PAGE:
The stakes are even higher this time around. The Patriots, while not able to clinch the AFC East, can clinch a playoff berth while the Ravens need a win to keep pace with the 8-5 Steelers atop the AFC North.
Joe Flacco is the only quarterback in the NFL that has two playoff wins in Foxboro, beating the Patriots in Jan. 2010 and Jan. 2013 in the AFC championship. Flacco nearly had a third but the Ravens couldn’t hold onto leads of 14-0 and 28-14 in the AFC divisional round in Jan. 2015 and was intercepted by Duron Harmon in the closing seconds to seal New England’s 35-31 win.
The Patriots enter game with the sixth-ranked offense in the NFL while the Ravens, behind a run defense allowing just 73.8 yards per game, lead the NFL in overall defense. After Seattle allowed 38 points on Sunday in Green Bay, the Patriots and Ravens are tied for fewest points allowed (207) in the NFL heading into the Week 14 finale.
|Malcolm Mitchell not worried about fantasy football: ‘Don’t think about anything more than they tell me to do’||12.09.16 at 1:18 pm ET|
FOXBORO — The rookie wide receiver of the Patriots out of the University of Georgia really sounds like he gets it.
Malcolm Mitchell refuses to be distracted by anything, not injuries to Rob Gronkowski and Danny Amendola that affect his role in the passing game. Not his first Monday night football appearance. And certainly not his new celebrity as the most-added receiver in fantasy football leagues over the last several weeks.
Mitchell in the last three games has 17 catches, 222 yards and three touchdowns in wins over the 49ers, Jets and Rams.
“I’ve said from the day I entered [Patriots], I feel blessed to even have the opportunity to be a part of this organization,” Mitchell said. “From the time they drafted me to now, I still feel the same way. The philosophy around here is pretty simple, and it’s said all the time: Just do your job. I just do what they tell me. And that’s how I like to keep it. I just keep it that simple, honestly. I don’t think about anything more than they tell me to do.”
Mitchell said there’s no added pressure with the likes of Gronk and Amendola out of commission.
“If they tell me to go in, I go in,” Mitchell said.
As for fantasy implications, Mitchell is not the guy to ask.
“Not really at all. I don’t know much about it,” Mitchell said Friday. “I have family members mention it but I never know what they’re talking about. I’m not sure how that works. I don’t know. I need to look back through my phone. If someone said that, I probably have no idea what they’re talking about.”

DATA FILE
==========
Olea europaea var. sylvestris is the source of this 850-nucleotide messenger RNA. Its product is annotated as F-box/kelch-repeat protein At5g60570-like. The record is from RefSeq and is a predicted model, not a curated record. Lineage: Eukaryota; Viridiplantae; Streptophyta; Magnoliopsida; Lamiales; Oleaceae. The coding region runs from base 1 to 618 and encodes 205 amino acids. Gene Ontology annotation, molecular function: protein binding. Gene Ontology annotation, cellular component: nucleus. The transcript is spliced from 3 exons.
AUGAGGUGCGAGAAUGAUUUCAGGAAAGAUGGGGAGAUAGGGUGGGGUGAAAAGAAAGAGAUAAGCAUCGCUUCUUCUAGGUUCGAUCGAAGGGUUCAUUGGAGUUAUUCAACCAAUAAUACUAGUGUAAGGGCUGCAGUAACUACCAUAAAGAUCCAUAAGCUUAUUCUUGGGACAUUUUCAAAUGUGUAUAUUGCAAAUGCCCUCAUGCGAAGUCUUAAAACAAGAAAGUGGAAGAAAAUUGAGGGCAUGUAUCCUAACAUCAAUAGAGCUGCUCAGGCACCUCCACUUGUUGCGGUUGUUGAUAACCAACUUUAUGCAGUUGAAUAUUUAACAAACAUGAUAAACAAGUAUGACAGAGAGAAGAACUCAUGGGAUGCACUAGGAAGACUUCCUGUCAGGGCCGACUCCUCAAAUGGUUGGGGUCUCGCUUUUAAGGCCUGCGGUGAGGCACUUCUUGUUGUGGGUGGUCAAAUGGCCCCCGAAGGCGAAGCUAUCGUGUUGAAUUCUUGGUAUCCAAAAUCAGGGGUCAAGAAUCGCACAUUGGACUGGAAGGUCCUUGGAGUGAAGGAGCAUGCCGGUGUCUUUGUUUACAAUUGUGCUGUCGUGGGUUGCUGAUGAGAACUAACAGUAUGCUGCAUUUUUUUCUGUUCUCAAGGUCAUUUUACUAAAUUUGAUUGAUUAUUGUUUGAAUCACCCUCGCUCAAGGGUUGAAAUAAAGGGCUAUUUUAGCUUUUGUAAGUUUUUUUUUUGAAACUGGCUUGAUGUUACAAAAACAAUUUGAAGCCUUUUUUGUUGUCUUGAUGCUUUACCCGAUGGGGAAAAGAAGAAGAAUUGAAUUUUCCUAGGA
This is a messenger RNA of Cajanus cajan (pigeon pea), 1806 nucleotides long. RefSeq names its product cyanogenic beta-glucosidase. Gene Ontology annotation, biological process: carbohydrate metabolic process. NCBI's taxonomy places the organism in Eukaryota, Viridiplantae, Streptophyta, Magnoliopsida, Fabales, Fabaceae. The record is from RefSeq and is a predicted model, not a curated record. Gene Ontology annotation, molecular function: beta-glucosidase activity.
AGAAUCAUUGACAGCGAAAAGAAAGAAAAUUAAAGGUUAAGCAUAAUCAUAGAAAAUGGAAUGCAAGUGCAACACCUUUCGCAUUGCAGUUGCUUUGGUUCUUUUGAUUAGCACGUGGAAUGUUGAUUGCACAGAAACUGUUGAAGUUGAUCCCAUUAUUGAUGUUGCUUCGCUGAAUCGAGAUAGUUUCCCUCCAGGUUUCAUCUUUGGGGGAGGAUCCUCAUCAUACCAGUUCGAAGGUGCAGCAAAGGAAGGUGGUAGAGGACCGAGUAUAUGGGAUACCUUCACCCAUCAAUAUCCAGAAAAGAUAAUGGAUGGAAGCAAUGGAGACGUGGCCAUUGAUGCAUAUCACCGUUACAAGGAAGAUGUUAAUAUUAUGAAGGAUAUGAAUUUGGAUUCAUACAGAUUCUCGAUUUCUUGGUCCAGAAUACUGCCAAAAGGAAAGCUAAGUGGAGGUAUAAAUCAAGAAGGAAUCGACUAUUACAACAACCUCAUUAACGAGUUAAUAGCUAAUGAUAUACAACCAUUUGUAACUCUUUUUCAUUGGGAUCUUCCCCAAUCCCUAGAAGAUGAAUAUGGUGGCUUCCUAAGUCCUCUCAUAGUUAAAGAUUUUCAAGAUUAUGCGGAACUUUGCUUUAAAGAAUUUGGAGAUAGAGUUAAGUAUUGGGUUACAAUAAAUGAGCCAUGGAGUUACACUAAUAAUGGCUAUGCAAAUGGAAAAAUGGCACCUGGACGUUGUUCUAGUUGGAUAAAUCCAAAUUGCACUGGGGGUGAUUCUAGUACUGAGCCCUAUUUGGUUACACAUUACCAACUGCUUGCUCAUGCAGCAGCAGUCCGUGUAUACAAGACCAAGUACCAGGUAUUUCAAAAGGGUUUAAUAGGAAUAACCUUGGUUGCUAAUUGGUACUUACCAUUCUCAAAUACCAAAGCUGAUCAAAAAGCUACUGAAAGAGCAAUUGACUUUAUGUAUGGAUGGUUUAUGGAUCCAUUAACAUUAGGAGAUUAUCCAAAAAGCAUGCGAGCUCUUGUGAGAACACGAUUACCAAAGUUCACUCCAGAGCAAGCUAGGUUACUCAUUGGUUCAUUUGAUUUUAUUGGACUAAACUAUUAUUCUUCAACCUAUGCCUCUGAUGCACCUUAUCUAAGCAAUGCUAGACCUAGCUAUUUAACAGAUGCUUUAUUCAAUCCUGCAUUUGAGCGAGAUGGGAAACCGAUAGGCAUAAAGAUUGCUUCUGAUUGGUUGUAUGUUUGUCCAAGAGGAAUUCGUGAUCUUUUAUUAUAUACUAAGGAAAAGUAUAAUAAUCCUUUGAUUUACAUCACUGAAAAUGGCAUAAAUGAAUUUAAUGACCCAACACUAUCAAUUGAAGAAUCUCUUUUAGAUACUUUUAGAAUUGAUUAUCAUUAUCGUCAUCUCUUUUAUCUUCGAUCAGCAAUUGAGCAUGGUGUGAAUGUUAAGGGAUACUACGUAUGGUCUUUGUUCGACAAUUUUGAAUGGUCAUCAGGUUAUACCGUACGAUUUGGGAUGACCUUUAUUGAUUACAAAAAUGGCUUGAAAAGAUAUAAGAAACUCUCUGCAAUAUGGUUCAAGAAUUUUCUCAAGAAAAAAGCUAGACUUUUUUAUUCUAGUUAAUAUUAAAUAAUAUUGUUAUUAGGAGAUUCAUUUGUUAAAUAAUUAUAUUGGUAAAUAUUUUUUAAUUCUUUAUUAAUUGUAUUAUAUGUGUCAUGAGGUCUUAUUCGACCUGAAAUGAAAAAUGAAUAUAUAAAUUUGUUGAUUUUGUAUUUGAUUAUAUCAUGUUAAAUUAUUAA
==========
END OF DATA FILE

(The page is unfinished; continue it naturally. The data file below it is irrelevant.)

As for his status as most-added receiver in many leagues?
“That’s cool,” Mitchell said, adding, “I really have no idea about fantasy football.”
Jacoby Brissett, who is two lockers down from Mitchell, yelled, “I got you on my team.”
Mitchell’s real team will have its hands full with the 7-5 Ravens Monday night.
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|Devin McCourty ready for daredevil Joe Flacco, Steve Smith and Ravens ‘West Coast’ offense||12.07.16 at 8:27 pm ET|
FOXBORO — The last time Devin McCourty went up against Joe Flacco and the Ravens, the end result was great. But the journey to a 35-31 win in the AFC divisional round was like pulling teeth.
Even with an interception in the game, it wasn’t an experience that McCourty tries to recall all that often, partially because Flacco and the Ravens were able to score at will on the Patriots secondary, a secondary that also featured Darrelle Revis and Brandon Browner.
Flacco threw four touchdown passes to four different receivers and Baltimore had leads of 14-0 and 28-14.
“We won. That’s it. I mean it was a tough game,” McCourty recalled Wednesday. “We were down 14 twice but just kept playing. [We were] able to make some plays offensively and defensively that really decided that game, but a little bit different teams on both sides personnel-wise, so we’ll see if that even has any bearing on this one.”
That was the game McCourty picked off Flacco, the first playoff interception of Flacco’s career. In that game, Steve Smith caught the first of four touchdown passes from Flacco. What has made 37-year-old Steve Smith so good for so long?
“I don’t know him personally but I would probably guess his work ethic,” McCourty said. “To still play at a high level I think one thing is obviously he’s very competitive. He goes out there and competes his butt off every game for 60 minutes. To keep getting older and keep getting better you have to probably have a tremendous work ethic and he obviously has that and he [has been] a tough matchup for years in this league.”
Smith is also one of the biggest trash talkers in modern NFL history.
“I don’t even think I need to say anything. I mean guys are competitive,” McCourty said Wednesday. “You’ve just got to go out there and play. You know, each week you’ve got guys that talk and obviously he’s elite at it, definitely. You’ve watched him do it for years. But I think it starts with going out there and playing well.”
The Ravens have gone through several offensive coordinators in the last several seasons. In 2012, on their way to Super Bowl XLVII, they fired Cam Cameron and replaced him with Jim Caldwell. In 2014, Gary Kubiak replaced Caldwell. This year, they fired Marc Trestman after a loss to the Redskins and promoted Marty Mornhinweg.
“If we do those things then we don’t have to worry about anything that’s being said out there and just have to focus on what we’re doing,” McCourty added. “I think just from a total team standpoint and aspect, we understand how important that is to do what’s best for the team out there on the field and we’ve talked about that numerous times as players, and coaches tell us. So I don’t think that will be an issue for us.”